Did You Wake Up for Your Children in Gaza?

We are all aware of the emphasis on brotherhood and unity in Islam. When you take a closer look at the Verses and Ahadith on the subject, there is an interesting point. Unity, brotherhood, and our compassion for our fellow Muslims are correlated to our Iman.

The Prophet (pbuh) said, “None of you truly believes till he loves for his brother that which he loves for himself.”

“The Muslim is one from whose tongue and hand the Muslims are safe.”

“He is not a believer, who goes to bed full, knowing that his neighbor is hungry.”

My treatment of others is a reflection of my Iman. My distress at the suffering of Muslims is an indication of the condition of my Iman. This is critical for us to understand not only in terms of our collective efforts to unify the Ummah, but also in our individual efforts to please Allah.

Now with more than 900 Muslims dead, almost 300 of them children and 100 women and over 4000 people injured, the question we all have to ask ourselves is:

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What did I do about this and how did this impact me?

The Quran tells us that the believers are brothers, so if my own brother had been killed or severely injured, how would I react? What would I be willing to spend for his medical care? Would I be able to sleep peacefully at night if the lives of my family members were in danger? Could I comfortably eat to my fill knowing that my own children are starving?

Well, what if I could? Then how would you describe me? Cruel. Heartless. Inhuman. One thing’s for sure, it’s definitely not the behavior of a believer.

Now going back to the issue at hand, it’s been over 2 weeks since the suffering and persecution of our brothers and sisters began. What have I done? How has it impacted me? What changes have come about in my life due to it?

These are very important questions that we have to ask ourselves. Our Iman depends on it. Our position in the eyes of Allah hinges on it. Our relation to the Prophet (pbuh) on the Day of Judgment will be determined by it.

What can we practically do in our situation?

We can financially contribute. But let’s be honest and realistic about this. How much can we really contribute? What can I truly and sincerely afford to give? To answer this we’ll have to ask ourselves a few more questions:

What is my need and necessity? What are the luxuries I enjoy? What luxuries do I incorrectly consider my needs?

If you’re honest and truthful, then the answer will hurt. Let me explain. That 2004 Honda Accord you drive can be called a need, but the 2009 Acura TL (with leather, DVD, built-in Navigation system, etc) that you’ve been eyeing is most definitely a luxury. Now if we starting taking that type of a look at our lifestyles, then how much could we really and truly be doing? Remember that wealth and luxuries will not only be worthless in the Hereafter, but can be become a burden. Even in this life, wealth doesn’t bring happiness. Just ask one of the wealthiest men in Europe, Adolf Merckle, who threw himself in front of a train because of losing money in the recent financial crisis.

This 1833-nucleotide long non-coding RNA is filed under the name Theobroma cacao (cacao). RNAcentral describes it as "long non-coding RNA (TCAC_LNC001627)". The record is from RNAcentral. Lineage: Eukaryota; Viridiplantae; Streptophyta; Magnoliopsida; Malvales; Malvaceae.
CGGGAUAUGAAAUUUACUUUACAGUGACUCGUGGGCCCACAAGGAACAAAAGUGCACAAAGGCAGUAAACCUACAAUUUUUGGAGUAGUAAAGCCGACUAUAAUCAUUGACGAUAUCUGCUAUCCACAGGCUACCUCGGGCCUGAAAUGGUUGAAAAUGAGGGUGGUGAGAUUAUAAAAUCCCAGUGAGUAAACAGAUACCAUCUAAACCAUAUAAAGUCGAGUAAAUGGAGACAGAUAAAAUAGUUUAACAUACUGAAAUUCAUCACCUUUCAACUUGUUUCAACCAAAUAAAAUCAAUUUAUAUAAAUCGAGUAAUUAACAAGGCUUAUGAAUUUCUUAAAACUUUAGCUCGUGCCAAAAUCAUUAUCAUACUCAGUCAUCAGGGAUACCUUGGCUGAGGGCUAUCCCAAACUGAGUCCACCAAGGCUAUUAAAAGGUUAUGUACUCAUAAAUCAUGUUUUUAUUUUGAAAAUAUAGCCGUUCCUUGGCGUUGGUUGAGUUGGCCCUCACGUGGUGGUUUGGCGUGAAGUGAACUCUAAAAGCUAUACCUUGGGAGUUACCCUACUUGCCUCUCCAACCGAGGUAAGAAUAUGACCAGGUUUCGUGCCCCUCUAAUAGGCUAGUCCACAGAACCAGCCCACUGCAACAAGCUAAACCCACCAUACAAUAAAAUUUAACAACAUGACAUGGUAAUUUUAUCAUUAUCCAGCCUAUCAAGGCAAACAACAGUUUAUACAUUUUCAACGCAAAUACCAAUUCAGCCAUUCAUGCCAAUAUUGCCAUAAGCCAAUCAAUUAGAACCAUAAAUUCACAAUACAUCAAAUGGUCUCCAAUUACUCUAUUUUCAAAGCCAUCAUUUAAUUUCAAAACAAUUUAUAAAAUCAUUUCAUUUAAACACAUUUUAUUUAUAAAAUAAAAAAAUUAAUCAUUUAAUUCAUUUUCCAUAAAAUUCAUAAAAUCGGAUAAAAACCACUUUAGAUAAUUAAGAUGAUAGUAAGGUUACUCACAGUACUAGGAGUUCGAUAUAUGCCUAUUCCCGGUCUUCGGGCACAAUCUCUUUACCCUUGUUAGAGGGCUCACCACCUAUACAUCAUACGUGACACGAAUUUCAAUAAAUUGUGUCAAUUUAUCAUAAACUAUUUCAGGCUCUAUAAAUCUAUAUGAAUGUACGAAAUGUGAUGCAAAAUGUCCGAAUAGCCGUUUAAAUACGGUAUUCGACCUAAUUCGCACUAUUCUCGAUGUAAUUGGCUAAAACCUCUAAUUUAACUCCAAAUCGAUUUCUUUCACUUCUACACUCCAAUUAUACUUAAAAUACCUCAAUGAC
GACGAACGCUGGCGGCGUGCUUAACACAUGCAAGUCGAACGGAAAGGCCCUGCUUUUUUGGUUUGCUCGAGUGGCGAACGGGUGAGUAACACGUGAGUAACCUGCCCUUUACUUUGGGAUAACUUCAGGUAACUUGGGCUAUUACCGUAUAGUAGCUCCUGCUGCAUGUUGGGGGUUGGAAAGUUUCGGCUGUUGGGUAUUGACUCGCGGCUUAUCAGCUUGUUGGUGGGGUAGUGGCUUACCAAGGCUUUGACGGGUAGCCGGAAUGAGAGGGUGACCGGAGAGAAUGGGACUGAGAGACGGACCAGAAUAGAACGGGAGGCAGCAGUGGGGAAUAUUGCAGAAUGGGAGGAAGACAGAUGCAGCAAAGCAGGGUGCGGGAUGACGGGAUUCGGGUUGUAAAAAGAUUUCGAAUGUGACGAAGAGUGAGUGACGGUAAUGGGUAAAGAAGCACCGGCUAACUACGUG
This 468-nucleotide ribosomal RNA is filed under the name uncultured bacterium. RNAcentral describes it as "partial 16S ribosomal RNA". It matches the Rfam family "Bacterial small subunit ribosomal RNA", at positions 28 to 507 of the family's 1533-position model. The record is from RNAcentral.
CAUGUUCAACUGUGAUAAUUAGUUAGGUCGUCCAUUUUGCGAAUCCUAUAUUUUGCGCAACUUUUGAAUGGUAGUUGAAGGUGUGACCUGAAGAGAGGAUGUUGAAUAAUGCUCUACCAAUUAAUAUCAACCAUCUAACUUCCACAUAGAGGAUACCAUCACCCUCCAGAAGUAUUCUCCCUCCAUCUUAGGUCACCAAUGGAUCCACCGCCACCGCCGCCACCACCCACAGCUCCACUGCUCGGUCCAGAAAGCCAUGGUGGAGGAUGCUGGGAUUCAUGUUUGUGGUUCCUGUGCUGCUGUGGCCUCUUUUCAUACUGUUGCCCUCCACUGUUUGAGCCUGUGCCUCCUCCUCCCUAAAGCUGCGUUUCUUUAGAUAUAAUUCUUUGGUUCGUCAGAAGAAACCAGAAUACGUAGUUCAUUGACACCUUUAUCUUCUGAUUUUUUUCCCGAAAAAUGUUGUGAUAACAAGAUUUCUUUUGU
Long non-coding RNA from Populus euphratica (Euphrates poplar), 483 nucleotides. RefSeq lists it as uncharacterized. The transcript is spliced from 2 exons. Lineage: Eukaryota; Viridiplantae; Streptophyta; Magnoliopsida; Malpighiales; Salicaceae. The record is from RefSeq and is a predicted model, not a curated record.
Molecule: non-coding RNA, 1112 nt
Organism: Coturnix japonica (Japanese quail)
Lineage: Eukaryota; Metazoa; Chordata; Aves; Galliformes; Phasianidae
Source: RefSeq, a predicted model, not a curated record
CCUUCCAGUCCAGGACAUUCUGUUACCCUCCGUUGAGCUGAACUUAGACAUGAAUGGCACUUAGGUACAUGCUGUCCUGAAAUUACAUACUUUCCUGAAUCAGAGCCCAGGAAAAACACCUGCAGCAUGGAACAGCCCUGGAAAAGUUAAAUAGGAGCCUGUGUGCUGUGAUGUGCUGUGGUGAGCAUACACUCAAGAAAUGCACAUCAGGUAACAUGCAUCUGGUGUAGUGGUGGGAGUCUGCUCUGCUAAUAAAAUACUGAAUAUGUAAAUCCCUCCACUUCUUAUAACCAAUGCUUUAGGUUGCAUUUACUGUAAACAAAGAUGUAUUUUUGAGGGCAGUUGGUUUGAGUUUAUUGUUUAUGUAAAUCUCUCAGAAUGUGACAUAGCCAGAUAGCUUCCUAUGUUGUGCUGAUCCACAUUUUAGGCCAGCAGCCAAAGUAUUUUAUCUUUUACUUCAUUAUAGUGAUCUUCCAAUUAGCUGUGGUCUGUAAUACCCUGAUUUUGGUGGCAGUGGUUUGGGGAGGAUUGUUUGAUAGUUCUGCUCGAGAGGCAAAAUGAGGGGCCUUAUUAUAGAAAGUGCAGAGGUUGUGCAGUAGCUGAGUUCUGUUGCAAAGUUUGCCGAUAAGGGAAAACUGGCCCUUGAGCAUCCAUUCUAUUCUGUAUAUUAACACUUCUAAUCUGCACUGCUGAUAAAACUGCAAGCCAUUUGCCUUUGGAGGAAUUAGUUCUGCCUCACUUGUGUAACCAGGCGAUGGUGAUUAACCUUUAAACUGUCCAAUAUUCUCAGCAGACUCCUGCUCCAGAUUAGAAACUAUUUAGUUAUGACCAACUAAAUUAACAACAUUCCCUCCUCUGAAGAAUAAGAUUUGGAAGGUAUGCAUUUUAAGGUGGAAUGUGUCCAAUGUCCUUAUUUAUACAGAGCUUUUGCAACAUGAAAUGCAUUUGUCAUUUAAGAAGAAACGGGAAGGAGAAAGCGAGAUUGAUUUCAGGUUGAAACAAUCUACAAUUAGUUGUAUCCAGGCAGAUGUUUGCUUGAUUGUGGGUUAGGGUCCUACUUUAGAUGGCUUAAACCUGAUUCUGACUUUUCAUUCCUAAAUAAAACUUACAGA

The next thing is Dua. The importance and effectiveness of making Dua and asking Allah for his help is also known to everyone, and has been mentioned in other articles here. Have we taken full advantage of this powerful tool? I’ll go back to the original premise, if my own brother was sick or the lives of my own children were in danger, I would be up all night praying and crying before Allah, asking for his help and mercy. But how many times since this tragedy started did I wake up in the night and make Dua and beg Allah to shower his help and mercy upon the innocent people suffering?

So let’s start taking action for their sake and ours.

Download the Khutbah – Did You Wake Up for Your Children in Gaza?


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8 responses to “Did You Wake Up for Your Children in Gaza?”

  1. shaz says:

    good post, thanks. it’s indeed a test for us all. and as a test, i feel we also need to be reminded to keep anger in check.

  2. Mustafa says:

    Shaykh ANJ hit the nail on the head with this one.

    I worry about my son’s head when he falls, when another one of my sons in Gaza just died.

    I get upset because there’s too much spice in my food, when there are families who eat weeds just to stay alive.

    I sit in my nice car (which is only a few days older than this crisis), and I just feel so ashamed.

    Until when will I stop mixing up what I’m “accustomed” to with things that I really need? But no, I still have not been saved from the greediness of my soul, so no I still have not yet succeeded :(

    Jazaakallahu khayran for the punch in the gut, Shaykh, it’s the pain that keeps us awake. (And you had to mention the Acura too!)

  3. Mustafa says:

    is it possible to get a better quality audio? this one seems to be cracking. jazakhAllah khair

  4. Someone messed with the settings on the audio system, so the quality is bad.

    That’s why I wrote a gist of the Khutbah. InshaAllah better audio next time.

  5. Jazaakum Allahu khayran for the reminder.


  6. ilmsummitee says:

    BarakAllahu feek shaykh for the much needed reminder……may Allah strengthen us and return our ummah back to the deen!

    SubhanAllah, qiyaam has no substitute, it really doesnt. The tranquility it brings and the closeness to Allah (swt) is unparalleled, may we be amongst those who fast the days and pray the nights. Ameen.

  7. Ahsaan says:

    Wonderful article.
    Thank you for the reminder.

  8. Saaddd says:


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